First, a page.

滕彪文集
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滕彪文集
·无国界记者:对刘晓波诽谤者的回应
·有些人在法律面前更平等(英文)
·法律人与法治国家——在《改革内参》座谈会上的演讲
·貪官、死刑與民意
·茉莉:友爱的滕彪和他的诗情
·萧瀚:致滕彪兄
·万延海:想起滕彪律师
·滕彪:被迫走上它途的文學小子/威廉姆斯
·中国两位律师获民主奖/美国之音
·独立知识分子——写给我的兄弟/许志永
·滕彪的叫真/林青
·2011年十大法治事件(公盟版)
·Chinese Human Rights Lawyers Under Assault
·《乱诗》/殷龙龙
·吴英的生命和你我有关
·和讯微访谈•滕彪谈吴英案
·吴英、司法与死刑
·努力走向公民社会(视频访谈)
·【蔡卓华案】胡锦云被诉窝藏赃物罪的二审辩护词
·23岁青年被非法拘禁致死 亲属六年申请赔偿无果
·5月2日与陈光诚的谈话记录
·华邮评论:支持中国说真话者的理由
·中国律师的阴与阳/金融时报
·陈光诚应该留还是走?/刘卫晟
·含泪劝猫莫吃鼠
·AB的故事
·陈克贵家属关于拒绝接受两名指定律师的声明
·这个时代最优异的死刑辩词/茉莉
·自救的力量
·不只是问问而已
·The use of Citizens Documentary in Chinese Civil Rights Movements
·行政强制法起草至今23年未通过
·Rights Defence Movement Online and Offline
·遭遇中国司法
·一个单纯的反对者/阳光时务周刊
·“颠覆国家政权罪”的政治意涵/滕彪
·财产公开,与虎谋皮
·Changing China through Mandarin
·通过法律的抢劫——答《公民论坛》问
·Teng Biao: Defense in the Second Trial of Xia Junfeng Case
·血拆危局/滕彪
·“中国专制体制依赖死刑的象征性”
·To Remember Is to Resist/Teng Biao
·Striking a blow for freedom
·滕彪:维权、微博与围观:维权运动的线上与线下(上)
·滕彪:维权、微博与围观:维权运动的线上与线下(下)
·达赖喇嘛与中国国内人士视频会面问答全文
·台灣法庭初體驗-專訪滕彪
·滕彪:中国政治需要死刑作伴
·一个反动分子的自白
·强烈要求释放丁红芬等公民、立即取缔黑监狱的呼吁书
·The Confessions of a Reactionary
·浦志强 滕彪: 王天成诉周叶中案代理词
·选择维权是一种必然/德国之声
·A courageous Chinese lawyer urges his country to follow its own laws
·警方建议起诉许志永,意见书似“公民范本”
·对《集会游行示威法》提起违宪审查的公开建议书
·对《集会游行示威法》提起违宪审查的公开建议书
·滕彪访谈录:在“反动”的道路上越走越远
·因家暴杀夫被核准死刑 学界联名呼吁“刀下留人”
·川妇因反抗家暴面临死刑 各界紧急呼吁刀下留人
·Activist’s Death Questioned as U.N. Considers Chinese Rights Report
·Tales of an unjust justice
·打虎不是反腐
·What Is a “Legal Education Center” in China
·曹雅学:谁是许志永—— 与滕彪博士的访谈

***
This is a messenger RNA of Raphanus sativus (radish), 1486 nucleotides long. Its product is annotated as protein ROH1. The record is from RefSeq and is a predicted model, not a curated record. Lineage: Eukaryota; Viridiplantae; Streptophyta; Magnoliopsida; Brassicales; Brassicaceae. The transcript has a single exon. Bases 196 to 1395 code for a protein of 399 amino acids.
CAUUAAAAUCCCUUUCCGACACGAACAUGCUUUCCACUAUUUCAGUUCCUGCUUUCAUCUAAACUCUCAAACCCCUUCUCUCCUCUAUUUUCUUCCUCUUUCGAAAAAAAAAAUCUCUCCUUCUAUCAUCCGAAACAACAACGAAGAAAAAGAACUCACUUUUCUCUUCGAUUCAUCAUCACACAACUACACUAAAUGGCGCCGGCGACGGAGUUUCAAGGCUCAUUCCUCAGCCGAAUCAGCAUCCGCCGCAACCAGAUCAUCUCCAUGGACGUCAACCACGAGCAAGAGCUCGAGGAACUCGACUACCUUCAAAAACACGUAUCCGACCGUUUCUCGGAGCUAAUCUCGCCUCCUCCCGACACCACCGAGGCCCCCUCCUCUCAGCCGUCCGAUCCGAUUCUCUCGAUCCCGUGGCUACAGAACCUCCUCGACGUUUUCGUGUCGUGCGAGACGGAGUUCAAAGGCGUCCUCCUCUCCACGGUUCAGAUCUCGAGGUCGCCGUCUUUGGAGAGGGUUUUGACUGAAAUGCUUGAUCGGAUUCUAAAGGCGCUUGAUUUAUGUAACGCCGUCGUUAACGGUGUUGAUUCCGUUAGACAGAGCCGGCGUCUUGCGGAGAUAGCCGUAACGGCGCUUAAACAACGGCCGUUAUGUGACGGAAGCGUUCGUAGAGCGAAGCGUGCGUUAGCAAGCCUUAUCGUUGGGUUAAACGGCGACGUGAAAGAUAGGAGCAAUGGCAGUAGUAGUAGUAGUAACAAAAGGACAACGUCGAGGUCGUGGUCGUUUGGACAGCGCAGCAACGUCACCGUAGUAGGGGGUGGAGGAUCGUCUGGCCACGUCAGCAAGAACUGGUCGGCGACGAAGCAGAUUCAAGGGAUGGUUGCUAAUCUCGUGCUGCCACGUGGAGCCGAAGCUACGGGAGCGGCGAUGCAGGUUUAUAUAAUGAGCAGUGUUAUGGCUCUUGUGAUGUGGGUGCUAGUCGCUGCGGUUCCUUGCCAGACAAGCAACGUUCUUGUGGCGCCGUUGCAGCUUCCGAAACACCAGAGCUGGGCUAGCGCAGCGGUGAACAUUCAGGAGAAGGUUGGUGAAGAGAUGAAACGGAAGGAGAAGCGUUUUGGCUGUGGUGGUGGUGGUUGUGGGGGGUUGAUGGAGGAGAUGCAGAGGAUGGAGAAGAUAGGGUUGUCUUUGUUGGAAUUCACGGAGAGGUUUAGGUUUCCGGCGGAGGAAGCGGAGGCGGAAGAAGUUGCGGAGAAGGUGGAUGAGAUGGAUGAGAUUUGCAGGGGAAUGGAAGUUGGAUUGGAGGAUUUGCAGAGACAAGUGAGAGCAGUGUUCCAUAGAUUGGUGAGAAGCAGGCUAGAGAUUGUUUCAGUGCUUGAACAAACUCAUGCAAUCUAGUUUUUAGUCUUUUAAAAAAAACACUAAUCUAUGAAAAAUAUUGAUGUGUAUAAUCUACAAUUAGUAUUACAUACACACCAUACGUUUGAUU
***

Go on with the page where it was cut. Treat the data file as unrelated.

·高层有人倒行逆施 民间却在不断成长
·让我们记住作恶的法官
·China’s growing human rights movement can claim many accomplishments
·總有一種花將會開遍中華大地/郭宏治
·不要忘记为争取​自由而失去自由的人们
·Testimony at CECC Hearing on China’s Crackdown on Rights Advocates
·Tiananmen at 25: China's next revolution may already be underway
·宗教自由普度共识
·"Purdue Consensus on Religious Freedom"
·Beijing urged to respect religious freedom amid ‘anti-church’ crackd
·“中共难容宗教对意识形态的消解”
·非常规威慑
·许志永自由中国公民梦不碎
·滕彪维园演讲
·Speech during the June 4th Vigil in Victoria Park in Hong Kong
·坦克辗压下的中国
·呂秉權﹕滕彪赤子心「死諫」香港
·【林忌评论】大陆没民主 香港没普选?
·曾志豪:滕彪都站出來,你呢?
·June 2014: Remembering Tiananmen: The View from Hong Kong
·The Strength to Save Oneself
·讓北京知道 要甚麼樣的未來/苹果日报
·否認屠殺的言論自由?
·Beyond Stability Maintenance-From Surveillance to Elimination/Teng bia
·从稳控模式到扫荡模式
·為自由,免於恐懼越絕壑——記滕彪談中國維權路
·就律协点名维权律师“无照”执业 滕彪答德国之声记者问
·法官如何爱国?
·滕彪给全国律协的公开信
·郑州十君子公民声援团募款倡议书
·Politics of the Death Penalty in China
·What sustains Chinese truth-tellers
·在人权灾难面前不应沉默
·From Stability Maintenance to Wiping Out/Teng biao
·自由不是一個禮物,而是一個任務
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A Chinese activist: Out of prison but not free

   http://www.washingtonpost.com/opinions/chinese-leaders-should-give-gao-zhisheng-his-freedom/2014/09/07/3fabba16-353d-11e4-9e92-0899b306bbea_story.html
   
   By Teng Biao
   
   Teng Biao is a human rights lawyer.


   
   A month ago, the human rights lawyer Gao Zhisheng — my friend and colleague — limped out of Shaya Prison in northwestern China. According to relatives, Gao was pale as a ghost. He had spent the past five years — his sentence was for three — in solitary confinement, underfed and with no access to sunlight. For a long time, his wife and children, who fled to the United States to seek asylum, did not know his whereabouts or even whether he was alive or dead.